Well, and it helps us all get clear. Right, right. Maybe I wrote something down wrong. Well, now we get the chance to clarify exactly, yes, often does something that's ineffective. Now, the next thing is what can I do to intervene or interrupt. So there's two things I would recommend you do. You can either physically lean in, we all know that book by Sheryl Sandberg, right? This is a physical literal Lane in and I even encourage women to kind of extend their hand out. Because what happens there is because so many of us as adults are visual, the physical movement draws their eyes to you, the person who's leaning in and sticking their hand out to just say, I have something to say.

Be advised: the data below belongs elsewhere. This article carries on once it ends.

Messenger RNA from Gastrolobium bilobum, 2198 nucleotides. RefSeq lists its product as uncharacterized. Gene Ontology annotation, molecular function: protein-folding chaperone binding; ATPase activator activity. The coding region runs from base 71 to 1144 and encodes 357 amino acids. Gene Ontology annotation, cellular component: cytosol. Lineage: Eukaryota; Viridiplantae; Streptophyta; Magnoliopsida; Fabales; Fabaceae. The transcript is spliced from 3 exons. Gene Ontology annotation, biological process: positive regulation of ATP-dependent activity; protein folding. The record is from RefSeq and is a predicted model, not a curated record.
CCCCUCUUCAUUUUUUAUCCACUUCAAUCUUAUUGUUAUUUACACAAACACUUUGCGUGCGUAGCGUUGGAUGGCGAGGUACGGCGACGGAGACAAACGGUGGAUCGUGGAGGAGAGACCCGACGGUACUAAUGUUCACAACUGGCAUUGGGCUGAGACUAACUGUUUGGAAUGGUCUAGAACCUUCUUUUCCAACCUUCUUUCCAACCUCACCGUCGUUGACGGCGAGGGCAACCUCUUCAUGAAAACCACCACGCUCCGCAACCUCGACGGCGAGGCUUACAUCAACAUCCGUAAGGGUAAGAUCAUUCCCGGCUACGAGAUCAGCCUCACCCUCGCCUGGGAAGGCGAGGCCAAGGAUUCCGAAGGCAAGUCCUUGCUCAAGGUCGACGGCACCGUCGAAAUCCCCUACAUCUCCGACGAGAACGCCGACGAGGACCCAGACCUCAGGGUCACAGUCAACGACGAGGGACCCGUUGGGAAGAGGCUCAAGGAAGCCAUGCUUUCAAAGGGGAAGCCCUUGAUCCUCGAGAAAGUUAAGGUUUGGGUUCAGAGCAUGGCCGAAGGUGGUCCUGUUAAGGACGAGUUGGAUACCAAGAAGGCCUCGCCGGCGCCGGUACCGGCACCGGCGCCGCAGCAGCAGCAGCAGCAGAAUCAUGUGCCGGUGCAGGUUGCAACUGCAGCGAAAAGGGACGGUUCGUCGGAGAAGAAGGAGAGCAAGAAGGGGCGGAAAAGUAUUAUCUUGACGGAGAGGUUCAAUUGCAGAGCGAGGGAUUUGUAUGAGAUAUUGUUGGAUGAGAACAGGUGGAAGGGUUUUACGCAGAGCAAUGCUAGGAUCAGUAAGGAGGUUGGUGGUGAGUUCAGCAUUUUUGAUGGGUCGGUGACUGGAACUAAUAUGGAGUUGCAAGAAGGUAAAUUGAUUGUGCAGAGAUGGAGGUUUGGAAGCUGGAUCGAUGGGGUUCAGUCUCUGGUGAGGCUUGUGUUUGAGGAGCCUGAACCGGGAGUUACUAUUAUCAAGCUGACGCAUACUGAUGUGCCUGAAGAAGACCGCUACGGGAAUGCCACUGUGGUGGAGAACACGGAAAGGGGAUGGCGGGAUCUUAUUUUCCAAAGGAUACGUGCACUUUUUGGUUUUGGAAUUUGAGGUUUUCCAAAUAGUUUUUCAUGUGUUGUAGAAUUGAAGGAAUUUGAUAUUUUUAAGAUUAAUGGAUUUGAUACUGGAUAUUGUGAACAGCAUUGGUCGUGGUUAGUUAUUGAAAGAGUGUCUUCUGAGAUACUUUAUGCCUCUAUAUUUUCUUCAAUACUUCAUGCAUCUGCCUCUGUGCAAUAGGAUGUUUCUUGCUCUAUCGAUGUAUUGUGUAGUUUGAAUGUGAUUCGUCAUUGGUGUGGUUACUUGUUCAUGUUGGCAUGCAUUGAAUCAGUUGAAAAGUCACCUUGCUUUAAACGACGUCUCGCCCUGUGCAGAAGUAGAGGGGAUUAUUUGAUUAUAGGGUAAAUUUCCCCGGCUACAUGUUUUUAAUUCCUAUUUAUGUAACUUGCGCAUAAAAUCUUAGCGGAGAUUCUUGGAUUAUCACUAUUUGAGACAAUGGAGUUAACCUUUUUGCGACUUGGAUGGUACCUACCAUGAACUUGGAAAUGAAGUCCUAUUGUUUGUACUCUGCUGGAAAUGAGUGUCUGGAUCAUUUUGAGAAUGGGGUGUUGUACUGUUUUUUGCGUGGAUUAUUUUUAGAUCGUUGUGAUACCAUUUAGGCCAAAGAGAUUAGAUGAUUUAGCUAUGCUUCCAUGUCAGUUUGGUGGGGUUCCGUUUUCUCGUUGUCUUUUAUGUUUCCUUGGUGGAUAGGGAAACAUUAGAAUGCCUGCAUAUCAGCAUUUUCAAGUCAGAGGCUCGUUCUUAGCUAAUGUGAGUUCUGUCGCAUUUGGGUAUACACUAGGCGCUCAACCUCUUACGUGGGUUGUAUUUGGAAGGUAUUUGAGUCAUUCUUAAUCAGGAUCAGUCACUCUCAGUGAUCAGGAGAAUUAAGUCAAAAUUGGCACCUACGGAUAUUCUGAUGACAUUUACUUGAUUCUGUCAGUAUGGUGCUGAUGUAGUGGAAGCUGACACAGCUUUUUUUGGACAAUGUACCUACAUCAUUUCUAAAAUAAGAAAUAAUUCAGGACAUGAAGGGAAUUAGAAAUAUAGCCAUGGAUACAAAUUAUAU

Wendi McGowan-Ellis  46:51  
So you're saying that if so I'm mentally envisioning, like 10 to 12 people around an oval conference room table. And so if I've sat up and I'm kind of leaned into the table, you're saying to stick my just slide my hand my arm out towards the middle of the table. And then, just rest it there because that will catch everyone's eye.

Marsha Clark  47:14  
It will, it will be a slight break in the attention or focus of where they have been before. And then start talking immediately. Don't wait for acknowledgment, don't want to be invited. Start talking.

Wendi McGowan-Ellis  47:27  
Alright, excellent. Excellent. What about standing up?

Marsha Clark  47:31